Latvia Replaces Lats Coins with Euros|
March 05, 2014
Latvia replaced its lats coins and bank notes with euros as of Jan. 1. Both currencies were to circulate side-by-side for two weeks, at which time the lats would be considered to be officially withdrawn.
Latvia is the 18th European Union member to embrace the currency union as well. There are now approximately 333 million people using the single currency.
While Latvia receives the euro, the world loses one of its most valuable bank notes. The 500-lats note had an exchange value of about $982 at the time this article was being written. The Swiss 1,000-franc note was worth an exchange value of about $1,123, while the 10,000 Singapore dollar note had an exchange value of $7,908. The Japanese 500-yen coin was valued at $4.73 at the time this article was being written, making it the highest value circulating coin now in use. (This statistic excludes bullion and commemorative coins.)
The road to the euro was not easy for Latvia. At the moment Latvia has the fastest growing economy within the EU. The lats has been pegged to the euro since 2005, stubbornly continuing this policy throughout a Latvian recession in 2008 to 2009. Latvia Prime Minister Valdis Dombrovskis resigned in November following a deadly store collapse in the capital city of Riga.
Some surveys suggest about half of Latvia’s two million citizens do not want the currency union. A survey conducted in December 2013 by SKDS indicated 8 percent of those surveyed “fully support” the euro, while 16.5 percent “generally favor” the euro, this totaling less than 25 percent giving an acceptable opinion.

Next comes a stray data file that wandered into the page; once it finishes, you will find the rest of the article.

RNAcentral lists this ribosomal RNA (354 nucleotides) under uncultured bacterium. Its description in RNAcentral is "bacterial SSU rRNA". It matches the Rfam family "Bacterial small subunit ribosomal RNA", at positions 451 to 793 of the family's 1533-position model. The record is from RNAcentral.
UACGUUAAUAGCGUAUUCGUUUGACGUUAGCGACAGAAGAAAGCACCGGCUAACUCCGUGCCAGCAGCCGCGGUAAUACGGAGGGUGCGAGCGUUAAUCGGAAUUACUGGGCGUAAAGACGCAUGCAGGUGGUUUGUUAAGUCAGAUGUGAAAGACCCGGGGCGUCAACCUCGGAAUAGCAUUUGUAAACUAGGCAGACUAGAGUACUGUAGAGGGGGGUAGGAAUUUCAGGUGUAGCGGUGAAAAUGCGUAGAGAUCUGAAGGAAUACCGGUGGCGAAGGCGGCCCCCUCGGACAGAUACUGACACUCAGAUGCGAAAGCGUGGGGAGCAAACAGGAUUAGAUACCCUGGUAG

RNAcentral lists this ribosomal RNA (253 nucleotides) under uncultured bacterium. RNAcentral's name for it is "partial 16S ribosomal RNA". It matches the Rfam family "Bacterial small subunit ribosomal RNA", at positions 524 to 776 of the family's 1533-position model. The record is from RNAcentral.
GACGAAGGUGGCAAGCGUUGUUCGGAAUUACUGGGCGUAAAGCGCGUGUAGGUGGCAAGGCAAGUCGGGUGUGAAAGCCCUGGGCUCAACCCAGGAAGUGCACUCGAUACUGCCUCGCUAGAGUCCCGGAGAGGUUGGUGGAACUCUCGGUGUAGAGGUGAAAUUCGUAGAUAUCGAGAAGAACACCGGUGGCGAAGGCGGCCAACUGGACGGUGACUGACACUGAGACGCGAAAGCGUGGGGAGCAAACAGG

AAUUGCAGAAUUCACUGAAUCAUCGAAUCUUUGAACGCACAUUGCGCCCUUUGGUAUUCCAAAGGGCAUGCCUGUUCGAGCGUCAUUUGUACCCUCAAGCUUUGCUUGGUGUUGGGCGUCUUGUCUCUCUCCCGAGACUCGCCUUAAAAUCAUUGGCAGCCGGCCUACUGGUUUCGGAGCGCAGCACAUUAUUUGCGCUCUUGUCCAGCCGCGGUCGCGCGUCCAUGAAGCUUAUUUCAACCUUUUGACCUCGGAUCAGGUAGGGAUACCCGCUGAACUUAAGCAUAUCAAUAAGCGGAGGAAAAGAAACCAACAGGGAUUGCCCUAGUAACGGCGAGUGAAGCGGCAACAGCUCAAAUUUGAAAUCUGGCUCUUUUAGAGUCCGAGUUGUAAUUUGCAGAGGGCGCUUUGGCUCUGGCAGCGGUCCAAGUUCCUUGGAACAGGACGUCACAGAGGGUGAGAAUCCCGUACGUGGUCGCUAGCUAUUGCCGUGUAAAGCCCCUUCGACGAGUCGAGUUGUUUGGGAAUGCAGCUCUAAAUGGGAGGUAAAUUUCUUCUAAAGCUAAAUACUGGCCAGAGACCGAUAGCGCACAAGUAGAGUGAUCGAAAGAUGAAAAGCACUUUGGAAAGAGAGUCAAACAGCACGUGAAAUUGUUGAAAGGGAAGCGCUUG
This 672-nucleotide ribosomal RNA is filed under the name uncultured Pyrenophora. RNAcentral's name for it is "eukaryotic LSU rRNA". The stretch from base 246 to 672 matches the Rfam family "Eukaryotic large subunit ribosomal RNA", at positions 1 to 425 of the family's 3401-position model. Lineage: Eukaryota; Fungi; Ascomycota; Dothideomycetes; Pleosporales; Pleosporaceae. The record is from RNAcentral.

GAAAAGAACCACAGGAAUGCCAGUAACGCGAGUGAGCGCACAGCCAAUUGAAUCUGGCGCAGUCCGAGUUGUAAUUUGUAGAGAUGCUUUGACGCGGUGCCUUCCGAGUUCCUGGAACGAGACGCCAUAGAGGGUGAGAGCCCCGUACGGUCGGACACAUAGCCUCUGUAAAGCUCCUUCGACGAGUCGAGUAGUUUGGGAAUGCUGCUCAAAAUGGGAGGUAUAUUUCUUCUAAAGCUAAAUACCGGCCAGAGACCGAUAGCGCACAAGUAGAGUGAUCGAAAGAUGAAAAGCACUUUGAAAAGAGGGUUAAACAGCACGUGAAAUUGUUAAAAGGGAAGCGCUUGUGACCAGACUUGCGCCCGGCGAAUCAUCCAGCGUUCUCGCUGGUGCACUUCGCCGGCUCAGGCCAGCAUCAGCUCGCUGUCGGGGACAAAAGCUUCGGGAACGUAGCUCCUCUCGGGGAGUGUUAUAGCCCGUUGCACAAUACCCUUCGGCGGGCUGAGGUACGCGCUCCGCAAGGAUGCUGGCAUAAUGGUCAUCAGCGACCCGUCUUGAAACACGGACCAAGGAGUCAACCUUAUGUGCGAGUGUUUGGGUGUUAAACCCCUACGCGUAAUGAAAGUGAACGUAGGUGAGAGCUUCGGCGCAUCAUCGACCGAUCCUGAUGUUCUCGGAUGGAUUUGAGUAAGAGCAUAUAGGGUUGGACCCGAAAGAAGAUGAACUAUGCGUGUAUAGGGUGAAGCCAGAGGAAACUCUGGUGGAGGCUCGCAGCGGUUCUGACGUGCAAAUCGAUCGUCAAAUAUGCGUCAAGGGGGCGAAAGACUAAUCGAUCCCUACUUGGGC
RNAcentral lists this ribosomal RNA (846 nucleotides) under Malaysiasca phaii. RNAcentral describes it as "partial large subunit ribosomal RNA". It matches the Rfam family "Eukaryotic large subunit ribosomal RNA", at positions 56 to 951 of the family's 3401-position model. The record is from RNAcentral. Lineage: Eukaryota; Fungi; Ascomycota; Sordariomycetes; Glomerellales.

According to Latvia’s Unity Party member Rasma Karklins, “The reason [for Latvia joining the currency union] is simple. Latvia has continued to be a primary target for Russian soft and not-so-soft power, including unfriendly rhetoric, cyber attacks, and military exercises on its border.” The Unity Party is currently the ruling party in Latvia.
The EU is cautious of its new currency member, this being due to the significant number of Russian depositors whose money is in Latvian banks. Russia is not an EU member, nor does it look towards becoming a member.
The other two Baltic nations, Estonia and Lithuania, joined both the EU and the North Atlantic Treaty Organization in 2004, further irritating neighboring Russia. Estonia adopted the euro in 2011. Lithuania hopes to join the currency union in 2015. For Latvia the euro is the fourth currency it has used within the past 20 years.
The Bank of Latvia, central bank for the nation, supplied domestic banks with both euro coins and bank notes in advance of the conversion. The banks were then to supply appropriate businesses with the new coins and notes. The central bank also distributed 800,000 starter kits to the public on Dec. 10, 2013.
The Bank of Latvia indicated lats can be exchanged at a rate of one euro for 0.702804 lats at no charge through post offices until March 31, through commercial banks until June 30, and then through the central bank itself with no time limitations. Automatic Teller Machines were to distribute euro bank notes exclusively beginning on the first of the year.
A “Fair Euro Introducer” campaign launched in July 2013 meant to ensure merchants would not profit from exchange rate conversions during the crossover period. Prices for goods and services were to be posted in both lats and euros between Oct. 1, 2013 and June 30, 2014. The campaign was to be monitored by the Consumer Rights Protection Center.
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